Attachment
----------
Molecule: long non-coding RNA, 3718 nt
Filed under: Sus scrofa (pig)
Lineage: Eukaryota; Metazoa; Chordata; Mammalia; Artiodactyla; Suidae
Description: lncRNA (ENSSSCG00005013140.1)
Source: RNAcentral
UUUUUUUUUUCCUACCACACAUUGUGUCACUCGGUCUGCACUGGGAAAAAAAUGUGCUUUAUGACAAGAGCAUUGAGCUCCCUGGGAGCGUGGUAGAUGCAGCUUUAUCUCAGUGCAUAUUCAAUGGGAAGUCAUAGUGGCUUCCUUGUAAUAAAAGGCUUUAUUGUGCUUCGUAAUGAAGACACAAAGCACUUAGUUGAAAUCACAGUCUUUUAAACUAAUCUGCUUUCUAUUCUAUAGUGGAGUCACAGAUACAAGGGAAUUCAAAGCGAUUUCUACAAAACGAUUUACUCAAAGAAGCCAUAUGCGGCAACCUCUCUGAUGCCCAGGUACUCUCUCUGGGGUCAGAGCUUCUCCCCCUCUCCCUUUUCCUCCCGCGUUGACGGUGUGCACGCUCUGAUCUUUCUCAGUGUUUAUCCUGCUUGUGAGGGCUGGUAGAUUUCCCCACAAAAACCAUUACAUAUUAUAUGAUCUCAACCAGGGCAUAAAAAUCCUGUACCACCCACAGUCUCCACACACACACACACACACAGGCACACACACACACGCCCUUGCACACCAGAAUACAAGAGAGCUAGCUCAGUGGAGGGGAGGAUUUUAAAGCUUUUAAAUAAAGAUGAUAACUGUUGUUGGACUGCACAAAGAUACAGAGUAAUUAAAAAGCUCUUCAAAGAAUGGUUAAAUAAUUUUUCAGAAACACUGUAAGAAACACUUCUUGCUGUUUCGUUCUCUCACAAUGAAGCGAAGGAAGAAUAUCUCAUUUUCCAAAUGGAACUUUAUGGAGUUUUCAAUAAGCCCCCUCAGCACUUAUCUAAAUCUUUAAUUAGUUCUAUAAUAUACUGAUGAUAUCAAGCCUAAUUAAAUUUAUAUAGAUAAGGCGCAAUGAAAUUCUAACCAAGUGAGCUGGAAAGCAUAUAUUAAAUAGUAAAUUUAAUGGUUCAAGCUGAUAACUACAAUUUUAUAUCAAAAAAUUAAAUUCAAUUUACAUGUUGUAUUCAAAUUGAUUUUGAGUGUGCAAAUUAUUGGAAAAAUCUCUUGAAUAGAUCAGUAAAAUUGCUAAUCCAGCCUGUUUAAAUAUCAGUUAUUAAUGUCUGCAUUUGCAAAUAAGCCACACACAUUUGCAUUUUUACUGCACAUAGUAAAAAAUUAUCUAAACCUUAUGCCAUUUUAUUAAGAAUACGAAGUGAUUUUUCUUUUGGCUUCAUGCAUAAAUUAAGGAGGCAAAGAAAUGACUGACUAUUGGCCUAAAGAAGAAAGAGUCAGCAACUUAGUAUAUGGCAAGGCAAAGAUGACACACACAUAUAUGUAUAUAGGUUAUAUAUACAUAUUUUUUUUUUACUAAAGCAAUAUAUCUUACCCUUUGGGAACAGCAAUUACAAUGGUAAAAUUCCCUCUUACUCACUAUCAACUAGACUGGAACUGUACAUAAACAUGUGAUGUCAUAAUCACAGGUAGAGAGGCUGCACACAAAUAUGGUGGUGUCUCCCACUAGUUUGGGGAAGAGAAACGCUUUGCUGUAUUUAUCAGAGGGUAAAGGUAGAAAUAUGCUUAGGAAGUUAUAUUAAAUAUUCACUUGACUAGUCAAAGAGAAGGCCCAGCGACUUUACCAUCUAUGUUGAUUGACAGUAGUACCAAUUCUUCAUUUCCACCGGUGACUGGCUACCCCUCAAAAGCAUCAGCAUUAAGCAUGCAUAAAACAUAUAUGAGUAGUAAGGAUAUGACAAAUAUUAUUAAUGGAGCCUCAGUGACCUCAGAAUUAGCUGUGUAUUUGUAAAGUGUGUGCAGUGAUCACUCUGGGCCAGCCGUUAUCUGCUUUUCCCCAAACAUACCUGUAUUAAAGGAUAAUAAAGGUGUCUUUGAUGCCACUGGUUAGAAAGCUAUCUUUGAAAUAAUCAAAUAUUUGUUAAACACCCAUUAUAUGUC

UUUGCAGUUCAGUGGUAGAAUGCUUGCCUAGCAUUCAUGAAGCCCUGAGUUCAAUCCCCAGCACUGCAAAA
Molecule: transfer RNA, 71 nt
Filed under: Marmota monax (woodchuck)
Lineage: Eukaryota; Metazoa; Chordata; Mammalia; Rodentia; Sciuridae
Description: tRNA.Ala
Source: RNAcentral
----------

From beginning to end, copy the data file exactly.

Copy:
Molecule: long non-coding RNA, 3718 nt
Filed under: Sus scrofa (pig)
Lineage: Eukaryota; Metazoa; Chordata; Mammalia; Artiodactyla; Suidae
Description: lncRNA (ENSSSCG00005013140.1)
Source: RNAcentral
UUUUUUUUUUCCUACCACACAUUGUGUCACUCGGUCUGCACUGGGAAAAAAAUGUGCUUUAUGACAAGAGCAUUGAGCUCCCUGGGAGCGUGGUAGAUGCAGCUUUAUCUCAGUGCAUAUUCAAUGGGAAGUCAUAGUGGCUUCCUUGUAAUAAAAGGCUUUAUUGUGCUUCGUAAUGAAGACACAAAGCACUUAGUUGAAAUCACAGUCUUUUAAACUAAUCUGCUUUCUAUUCUAUAGUGGAGUCACAGAUACAAGGGAAUUCAAAGCGAUUUCUACAAAACGAUUUACUCAAAGAAGCCAUAUGCGGCAACCUCUCUGAUGCCCAGGUACUCUCUCUGGGGUCAGAGCUUCUCCCCCUCUCCCUUUUCCUCCCGCGUUGACGGUGUGCACGCUCUGAUCUUUCUCAGUGUUUAUCCUGCUUGUGAGGGCUGGUAGAUUUCCCCACAAAAACCAUUACAUAUUAUAUGAUCUCAACCAGGGCAUAAAAAUCCUGUACCACCCACAGUCUCCACACACACACACACACACAGGCACACACACACACGCCCUUGCACACCAGAAUACAAGAGAGCUAGCUCAGUGGAGGGGAGGAUUUUAAAGCUUUUAAAUAAAGAUGAUAACUGUUGUUGGACUGCACAAAGAUACAGAGUAAUUAAAAAGCUCUUCAAAGAAUGGUUAAAUAAUUUUUCAGAAACACUGUAAGAAACACUUCUUGCUGUUUCGUUCUCUCACAAUGAAGCGAAGGAAGAAUAUCUCAUUUUCCAAAUGGAACUUUAUGGAGUUUUCAAUAAGCCCCCUCAGCACUUAUCUAAAUCUUUAAUUAGUUCUAUAAUAUACUGAUGAUAUCAAGCCUAAUUAAAUUUAUAUAGAUAAGGCGCAAUGAAAUUCUAACCAAGUGAGCUGGAAAGCAUAUAUUAAAUAGUAAAUUUAAUGGUUCAAGCUGAUAACUACAAUUUUAUAUCAAAAAAUUAAAUUCAAUUUACAUGUUGUAUUCAAAUUGAUUUUGAGUGUGCAAAUUAUUGGAAAAAUCUCUUGAAUAGAUCAGUAAAAUUGCUAAUCCAGCCUGUUUAAAUAUCAGUUAUUAAUGUCUGCAUUUGCAAAUAAGCCACACACAUUUGCAUUUUUACUGCACAUAGUAAAAAAUUAUCUAAACCUUAUGCCAUUUUAUUAAGAAUACGAAGUGAUUUUUCUUUUGGCUUCAUGCAUAAAUUAAGGAGGCAAAGAAAUGACUGACUAUUGGCCUAAAGAAGAAAGAGUCAGCAACUUAGUAUAUGGCAAGGCAAAGAUGACACACACAUAUAUGUAUAUAGGUUAUAUAUACAUAUUUUUUUUUUACUAAAGCAAUAUAUCUUACCCUUUGGGAACAGCAAUUACAAUGGUAAAAUUCCCUCUUACUCACUAUCAACUAGACUGGAACUGUACAUAAACAUGUGAUGUCAUAAUCACAGGUAGAGAGGCUGCACACAAAUAUGGUGGUGUCUCCCACUAGUUUGGGGAAGAGAAACGCUUUGCUGUAUUUAUCAGAGGGUAAAGGUAGAAAUAUGCUUAGGAAGUUAUAUUAAAUAUUCACUUGACUAGUCAAAGAGAAGGCCCAGCGACUUUACCAUCUAUGUUGAUUGACAGUAGUACCAAUUCUUCAUUUCCACCGGUGACUGGCUACCCCUCAAAAGCAUCAGCAUUAAGCAUGCAUAAAACAUAUAUGAGUAGUAAGGAUAUGACAAAUAUUAUUAAUGGAGCCUCAGUGACCUCAGAAUUAGCUGUGUAUUUGUAAAGUGUGUGCAGUGAUCACUCUGGGCCAGCCGUUAUCUGCUUUUCCCCAAACAUACCUGUAUUAAAGGAUAAUAAAGGUGUCUUUGAUGCCACUGGUUAGAAAGCUAUCUUUGAAAUAAUCAAAUAUUUGUUAAACACCCAUUAUAUGUC

UUUGCAGUUCAGUGGUAGAAUGCUUGCCUAGCAUUCAUGAAGCCCUGAGUUCAAUCCCCAGCACUGCAAAA
Molecule: transfer RNA, 71 nt
Filed under: Marmota monax (woodchuck)
Lineage: Eukaryota; Metazoa; Chordata; Mammalia; Rodentia; Sciuridae
Description: tRNA.Ala
Source: RNAcentral